I had a Toyota Highlander Hybrid for over 7 years and while it was a reliable, great car, it had the same maintenance requirements as any other internal combustion engine (ICE) vehicle. It needed oil and filter changes, engine air filters, coolant system checks, transmission system checks and fluids changes and of course weekly trips to get the gas tank filled. I originally bought the hybrid when gasoline was over $4 a gallon and the hybrid system was supposed to give about 30% better mileage according to the EPA MPG rating. For most of the years I owned it, especially the later years I got about 23-24 MPG which was more like 20% better mileage than a standard Highlander. I was never able to drive very long as an EV, at most a mile, since the Highlander is a 7 seat SUV, and the hybrid system was pretty much the same as in the much smaller Toyota Prius, only with 2 electric motors (front and rear). With more current, smaller plugin hybrids you can drive 20 miles or so on pure electric, but then it has to switch over to the gasoline engine. So even the plugin hybrid still has to use gas for more than a single short trip. The BMW I3 and Chevy Volt also use gas and electric, but the gasoline motor is just to boost the range of the electric motor. Better and able to drive on electric for longer trips, but still not able to go long distances without eventually using gasoline or stopping frequently to charge the battery pack....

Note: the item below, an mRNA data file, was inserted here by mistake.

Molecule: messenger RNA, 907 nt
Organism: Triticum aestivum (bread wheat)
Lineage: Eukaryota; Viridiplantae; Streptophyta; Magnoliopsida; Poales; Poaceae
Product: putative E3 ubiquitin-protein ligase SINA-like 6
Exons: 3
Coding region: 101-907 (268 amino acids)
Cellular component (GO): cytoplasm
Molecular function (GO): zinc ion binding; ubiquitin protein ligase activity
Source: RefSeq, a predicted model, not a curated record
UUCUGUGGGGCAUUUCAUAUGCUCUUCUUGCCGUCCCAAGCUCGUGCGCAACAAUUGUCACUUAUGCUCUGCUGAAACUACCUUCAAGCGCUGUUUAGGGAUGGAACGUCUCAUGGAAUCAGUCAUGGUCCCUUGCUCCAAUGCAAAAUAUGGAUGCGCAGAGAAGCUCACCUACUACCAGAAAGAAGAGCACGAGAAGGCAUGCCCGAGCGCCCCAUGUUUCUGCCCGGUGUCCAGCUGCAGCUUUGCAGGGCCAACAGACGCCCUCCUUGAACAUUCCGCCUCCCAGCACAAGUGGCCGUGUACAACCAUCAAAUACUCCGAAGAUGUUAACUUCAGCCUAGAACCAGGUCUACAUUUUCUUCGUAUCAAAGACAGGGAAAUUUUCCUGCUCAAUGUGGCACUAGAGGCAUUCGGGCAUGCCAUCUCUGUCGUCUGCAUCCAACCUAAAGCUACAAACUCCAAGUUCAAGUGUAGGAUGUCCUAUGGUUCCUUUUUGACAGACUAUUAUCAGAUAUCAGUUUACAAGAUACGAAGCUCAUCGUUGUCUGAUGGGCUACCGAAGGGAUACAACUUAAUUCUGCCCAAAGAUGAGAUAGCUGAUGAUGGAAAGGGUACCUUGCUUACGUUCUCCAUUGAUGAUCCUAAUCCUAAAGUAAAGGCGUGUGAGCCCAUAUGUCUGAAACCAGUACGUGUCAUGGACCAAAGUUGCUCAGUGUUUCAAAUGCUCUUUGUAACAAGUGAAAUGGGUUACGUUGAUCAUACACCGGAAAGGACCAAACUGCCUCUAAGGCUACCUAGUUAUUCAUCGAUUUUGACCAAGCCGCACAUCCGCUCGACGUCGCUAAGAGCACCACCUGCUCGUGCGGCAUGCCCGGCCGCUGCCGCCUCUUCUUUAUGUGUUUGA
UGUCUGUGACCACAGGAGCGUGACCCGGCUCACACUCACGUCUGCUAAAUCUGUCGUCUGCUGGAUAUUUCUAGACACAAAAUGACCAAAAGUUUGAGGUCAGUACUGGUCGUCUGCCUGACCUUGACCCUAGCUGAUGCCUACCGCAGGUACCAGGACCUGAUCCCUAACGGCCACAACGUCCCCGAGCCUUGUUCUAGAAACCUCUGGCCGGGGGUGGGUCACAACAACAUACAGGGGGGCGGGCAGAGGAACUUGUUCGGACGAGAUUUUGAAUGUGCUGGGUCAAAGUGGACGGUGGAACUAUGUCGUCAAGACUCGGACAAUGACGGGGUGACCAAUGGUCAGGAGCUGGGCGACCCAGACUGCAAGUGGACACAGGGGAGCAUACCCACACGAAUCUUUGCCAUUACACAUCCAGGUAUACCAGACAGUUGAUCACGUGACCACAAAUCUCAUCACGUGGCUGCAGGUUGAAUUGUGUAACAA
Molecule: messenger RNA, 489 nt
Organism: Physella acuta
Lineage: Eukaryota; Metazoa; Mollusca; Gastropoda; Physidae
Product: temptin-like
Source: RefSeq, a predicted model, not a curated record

I read in the Pocono Record on Feb 9,2016, “Questions grow in Pennsylvania’s confusing budget situation.” After reading it, I was no wiser as to the root cause of the budget crisis. Understanding the inscrutable budget impasse is likely not the fault of the /Record/ as sorting out budgetary root causes is a challenge. However, the budget is extremely important.
It is where the rubber meets the road. If it ain’t in the budget, it ain’t gonna happen....
It must be very embarrassing to admit to being the victim of a scam. Scams come in so many forms and the Internet is well known for many. Remember the Nigerian Prince? They come in phone calls, emails, door knocks, in the mail.
It takes a certain bravery to admit if you’ve been scammed, cheated, tricked....